Sunday, February 27, 2005

 

The inner circle

I just started to follow the political playground here in Los Angeles a few weeks ago, mostly because I'm still coming down from the national race. All in all, this race is getting mighty dirty, and it doesn't look too good for Mayor Hahn.
Mayor James Hahn's re-election bid has suffered _ along with the image of honesty he worked hard to cultivate _ amid accusations he let corruption and fraud flourish at City Hall.

County prosecutors have been investigating allegations that Hahn supporters shook down companies that wanted to do business with the city by tying public contracts to political contributions. Federal prosecutors have opened their own inquiry.

Hahn has not been implicated and denies knowledge of any potential wrongdoing, but the investigations touch whole segments of city government _ from members of Hahn's inner circle to Los Angeles International Airport and the water and power department.

No city official has been charged, though several have resigned.

But with prosecutors issuing subpoenas for Hahn's office e-mails and summoning some of his aides before grand juries, the investigations have become a popular topic for his four main challengers in the March 8 primary.

"He's the pinata. The question is the whether the pinata will survive," said Bob Stern, president of the nonpartisan Center for Governmental Studies in Santa Monica.

Critics have cast Hahn's administration as the most corrupt since a scandal-plagued mayor was recalled nearly 70 years ago, and some of his supporters have withdrawn their endorsements.

"It's more than a scandal. It's crippled his administration," said Councilman Bernard Parks, a former police chief whose ouster was backed by Hahn and who is one of the mayor candidates.

Hahn has been reminding voters of his reputation for personal integrity.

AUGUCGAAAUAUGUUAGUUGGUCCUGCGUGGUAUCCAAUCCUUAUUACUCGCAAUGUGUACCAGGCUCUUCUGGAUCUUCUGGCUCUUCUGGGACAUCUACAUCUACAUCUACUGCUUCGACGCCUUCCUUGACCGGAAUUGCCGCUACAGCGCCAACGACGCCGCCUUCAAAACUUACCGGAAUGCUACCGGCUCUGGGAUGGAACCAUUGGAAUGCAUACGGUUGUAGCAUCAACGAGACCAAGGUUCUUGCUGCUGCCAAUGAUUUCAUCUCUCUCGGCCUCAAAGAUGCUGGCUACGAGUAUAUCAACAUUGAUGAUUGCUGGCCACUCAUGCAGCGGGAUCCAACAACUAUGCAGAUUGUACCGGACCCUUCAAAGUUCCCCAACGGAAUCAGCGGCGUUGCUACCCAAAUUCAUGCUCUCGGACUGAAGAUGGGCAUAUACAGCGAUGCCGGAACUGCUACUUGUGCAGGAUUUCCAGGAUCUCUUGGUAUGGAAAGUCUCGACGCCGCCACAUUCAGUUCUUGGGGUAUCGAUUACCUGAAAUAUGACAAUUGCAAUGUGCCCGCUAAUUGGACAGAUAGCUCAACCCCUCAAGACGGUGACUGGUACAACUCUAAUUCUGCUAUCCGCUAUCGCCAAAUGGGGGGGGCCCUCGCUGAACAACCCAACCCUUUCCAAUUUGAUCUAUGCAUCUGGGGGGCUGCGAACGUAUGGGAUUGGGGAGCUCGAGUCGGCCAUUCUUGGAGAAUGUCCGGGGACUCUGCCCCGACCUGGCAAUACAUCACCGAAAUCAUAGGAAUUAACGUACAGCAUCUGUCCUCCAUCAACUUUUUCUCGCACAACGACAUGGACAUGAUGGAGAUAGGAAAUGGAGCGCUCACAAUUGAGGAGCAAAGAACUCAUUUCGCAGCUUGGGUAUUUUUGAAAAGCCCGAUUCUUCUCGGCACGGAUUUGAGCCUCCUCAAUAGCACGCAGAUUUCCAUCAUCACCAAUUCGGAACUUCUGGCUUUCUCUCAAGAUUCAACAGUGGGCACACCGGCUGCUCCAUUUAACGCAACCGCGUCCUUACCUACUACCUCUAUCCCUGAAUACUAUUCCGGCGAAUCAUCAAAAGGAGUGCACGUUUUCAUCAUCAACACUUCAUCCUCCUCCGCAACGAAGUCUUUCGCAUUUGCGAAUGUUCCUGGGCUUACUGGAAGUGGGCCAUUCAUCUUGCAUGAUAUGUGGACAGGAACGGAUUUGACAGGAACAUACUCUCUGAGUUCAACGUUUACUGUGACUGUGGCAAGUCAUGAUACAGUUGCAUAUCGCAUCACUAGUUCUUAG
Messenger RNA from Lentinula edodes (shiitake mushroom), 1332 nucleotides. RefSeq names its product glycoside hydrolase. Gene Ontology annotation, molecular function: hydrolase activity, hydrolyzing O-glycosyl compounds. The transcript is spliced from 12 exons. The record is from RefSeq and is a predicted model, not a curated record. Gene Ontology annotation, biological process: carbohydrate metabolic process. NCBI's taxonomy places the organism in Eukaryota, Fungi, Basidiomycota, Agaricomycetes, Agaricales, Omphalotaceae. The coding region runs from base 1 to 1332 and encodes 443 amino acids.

"There's no factual basis for any of these charges," said Hahn's campaign consultant Kam Kuwata. "It's always rhetoric and hot air."


This is a tough situation for Hahn. While I'm not a supporter of his, I would like to give this advice to his public relations team, who is most likely reading this blog. First of all, don't be like Martha Stewart. She made the fatal mistake of blaming everyone else when things really got bad, while smiling and attempting to evade the charges until that point. As of right now, a majority of the people in Los Angeles who are following the race are under the assumption that Hahn's administration is dirty, whether it's true or not. Frankly, I don't know enough about it to make that assertion, but the cards definitely aren't lining up in his favor. Owing up to it right now will allow him, and the administration, to move past it. The sad fact is that voters live for the day; most voters in local elections don't base a vote on recent history, but pick and choose between the good and the bad. Hahn can gain a sympathy vote if he comes out and states where he made mistakes, and how he plans on fixing it.

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